We associate Advent with the lighting of candles; with prophetic and apocalyptic readings about the past and present and future comings of Christ; with an orientation to the Light who arises in every darkness. But unlike Catholics, in the Lutheran tradition in which I was raised, we ritually remember Jesus’ mother Mary mostly when telling the story of Christmas night itself.
I first noticed this years ago, when a nun gave me a copy of a Pax Christi Advent guide that connected the Advent journey with a journey through pregnancy. What better analogy could there be for the time of waiting and preparation for the Christ? Although Lutherans do sing Mary’s Magnificat during Advent and Lent, why do we so rarely lift up images of pregnancy as prime symbol for Advent?
Perhaps a pregnant Mary’s absence from the Lutheran Advent liturgy is an overreaction to the ubiquitous presence of Mary in the Catholic liturgical calendar, which honors Mary’s birth, annunciation, presence at the cross, even her death.
Perhaps Lutherans worry that a female image for Advent’s spiritual journey won’t connect as universally as the imagery of light shining in darkness (although there are more than enough male images and references abounding in worship).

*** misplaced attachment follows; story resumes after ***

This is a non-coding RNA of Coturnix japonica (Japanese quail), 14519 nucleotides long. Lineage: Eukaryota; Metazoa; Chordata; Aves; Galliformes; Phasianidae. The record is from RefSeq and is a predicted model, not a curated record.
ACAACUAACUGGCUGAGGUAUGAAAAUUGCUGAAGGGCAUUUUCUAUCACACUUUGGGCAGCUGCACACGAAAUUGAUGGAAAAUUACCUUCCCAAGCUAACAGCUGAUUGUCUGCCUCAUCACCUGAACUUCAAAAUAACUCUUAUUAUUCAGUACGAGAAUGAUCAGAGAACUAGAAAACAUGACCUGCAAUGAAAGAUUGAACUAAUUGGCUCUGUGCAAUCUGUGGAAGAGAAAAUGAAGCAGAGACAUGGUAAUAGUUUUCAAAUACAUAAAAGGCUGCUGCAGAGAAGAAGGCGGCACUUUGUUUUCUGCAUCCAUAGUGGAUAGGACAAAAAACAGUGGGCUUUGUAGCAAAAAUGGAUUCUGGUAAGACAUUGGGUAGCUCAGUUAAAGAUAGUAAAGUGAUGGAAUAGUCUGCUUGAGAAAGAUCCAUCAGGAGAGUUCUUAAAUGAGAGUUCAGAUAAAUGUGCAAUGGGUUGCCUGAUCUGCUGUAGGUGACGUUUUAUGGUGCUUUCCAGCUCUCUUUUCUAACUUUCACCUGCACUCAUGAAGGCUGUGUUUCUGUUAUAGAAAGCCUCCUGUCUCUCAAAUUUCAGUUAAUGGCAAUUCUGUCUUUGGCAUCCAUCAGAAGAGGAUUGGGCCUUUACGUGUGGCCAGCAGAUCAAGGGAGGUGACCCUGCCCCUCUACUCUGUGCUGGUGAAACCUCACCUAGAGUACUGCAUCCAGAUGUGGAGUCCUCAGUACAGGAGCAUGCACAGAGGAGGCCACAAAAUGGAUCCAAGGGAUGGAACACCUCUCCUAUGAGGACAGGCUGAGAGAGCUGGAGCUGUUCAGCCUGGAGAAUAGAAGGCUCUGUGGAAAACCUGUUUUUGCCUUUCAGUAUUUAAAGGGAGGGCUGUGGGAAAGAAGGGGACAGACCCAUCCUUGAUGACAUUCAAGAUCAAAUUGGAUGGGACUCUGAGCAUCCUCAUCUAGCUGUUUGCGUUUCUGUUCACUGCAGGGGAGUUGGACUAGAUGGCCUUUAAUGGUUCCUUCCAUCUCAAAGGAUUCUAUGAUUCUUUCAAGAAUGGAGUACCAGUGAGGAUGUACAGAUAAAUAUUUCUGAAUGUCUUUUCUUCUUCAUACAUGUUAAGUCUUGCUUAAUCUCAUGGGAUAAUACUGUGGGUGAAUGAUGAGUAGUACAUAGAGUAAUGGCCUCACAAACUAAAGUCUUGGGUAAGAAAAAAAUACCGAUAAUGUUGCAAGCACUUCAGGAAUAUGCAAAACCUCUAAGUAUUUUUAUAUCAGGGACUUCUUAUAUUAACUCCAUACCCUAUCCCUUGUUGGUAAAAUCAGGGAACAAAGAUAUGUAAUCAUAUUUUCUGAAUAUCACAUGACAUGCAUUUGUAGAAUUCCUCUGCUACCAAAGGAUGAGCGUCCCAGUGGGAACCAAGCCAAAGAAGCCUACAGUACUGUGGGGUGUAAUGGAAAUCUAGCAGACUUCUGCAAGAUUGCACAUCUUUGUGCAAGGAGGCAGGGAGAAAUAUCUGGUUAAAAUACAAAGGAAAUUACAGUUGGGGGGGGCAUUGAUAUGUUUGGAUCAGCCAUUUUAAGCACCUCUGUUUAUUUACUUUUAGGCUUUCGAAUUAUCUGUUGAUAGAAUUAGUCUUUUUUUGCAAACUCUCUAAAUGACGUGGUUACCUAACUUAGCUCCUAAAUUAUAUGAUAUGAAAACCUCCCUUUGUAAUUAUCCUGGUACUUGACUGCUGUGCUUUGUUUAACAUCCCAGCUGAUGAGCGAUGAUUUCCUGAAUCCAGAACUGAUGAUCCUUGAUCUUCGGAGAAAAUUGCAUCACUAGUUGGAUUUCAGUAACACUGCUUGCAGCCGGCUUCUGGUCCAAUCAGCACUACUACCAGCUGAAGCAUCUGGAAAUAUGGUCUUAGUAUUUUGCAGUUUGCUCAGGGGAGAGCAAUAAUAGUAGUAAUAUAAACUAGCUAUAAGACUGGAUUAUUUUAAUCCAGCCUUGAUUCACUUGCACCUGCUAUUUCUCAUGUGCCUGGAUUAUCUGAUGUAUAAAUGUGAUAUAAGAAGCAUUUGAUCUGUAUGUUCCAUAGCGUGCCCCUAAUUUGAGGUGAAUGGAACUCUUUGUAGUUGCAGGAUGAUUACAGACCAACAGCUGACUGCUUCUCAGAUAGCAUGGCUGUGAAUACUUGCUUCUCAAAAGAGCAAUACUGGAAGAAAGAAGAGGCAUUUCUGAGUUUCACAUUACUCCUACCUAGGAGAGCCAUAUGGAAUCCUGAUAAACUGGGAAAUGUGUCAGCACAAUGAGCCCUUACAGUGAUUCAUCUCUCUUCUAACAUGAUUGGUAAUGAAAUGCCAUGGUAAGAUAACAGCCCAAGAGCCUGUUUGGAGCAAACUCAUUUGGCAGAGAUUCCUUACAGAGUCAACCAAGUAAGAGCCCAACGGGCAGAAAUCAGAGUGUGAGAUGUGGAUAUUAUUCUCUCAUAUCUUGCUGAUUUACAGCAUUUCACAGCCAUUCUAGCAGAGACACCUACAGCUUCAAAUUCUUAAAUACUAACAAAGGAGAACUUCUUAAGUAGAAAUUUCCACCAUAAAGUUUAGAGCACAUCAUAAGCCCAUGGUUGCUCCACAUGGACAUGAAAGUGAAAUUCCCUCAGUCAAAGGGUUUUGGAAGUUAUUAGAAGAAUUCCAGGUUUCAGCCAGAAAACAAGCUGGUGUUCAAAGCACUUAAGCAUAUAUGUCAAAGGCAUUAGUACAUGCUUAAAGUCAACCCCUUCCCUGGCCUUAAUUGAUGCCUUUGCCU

Still, Paul used childbirth as a metaphor for God’s redemptive work for all creatures: “We know that the whole creation has been groaning in labor pains until now; and not only the creation, but we ourselves, who have the first fruits of the Spirit, groan inwardly while we wait for adoption, the redemption of our bodies” (Rom. 8:22-23).
And Luther himself wrote a commentary on Mary’s song we call the Magnificat, drawing lessons for all Christians from Mary’s experience of God “seeing her in the depths”—making something significant out of one who is nothing in the eyes of the world.
Mary models faith for all of us by saying “yes’ to God’s request that she bear God’s own child into the world, and then praises God for raising the lowly and bringing down the mighty—reversing the ordinary associations of power with those of high status.
After Mary’s “yes” comes a season of waiting. To meditate on Mary’s pregnancy as a time of waiting and preparation amplifies how much our own bearing of Christ (in our own lives this year) demands our thoughtful attention to whatever we can do now to welcome Christ, and then to wait with hope—for what will undoubtedly turn out to be something other than we had planned.
As Mary found—Mary, who feared her own son crazy when his ministry began—bearing a Child of God means having our own expectations shift as we watch the Spirit guide, in ways beyond we can imagine, what we helped to nurture.
Even childless women like myself can be fed and challenged by Advent meditations about Mary and about pregnancy as a journey that reorganizes our priorities, turning us towards the surprise of an unexpected birth at Bethlehem, an unexpected cross in Jerusalem, and the unexpected ways that Christ in the Spirit comes to us now and tomorrow.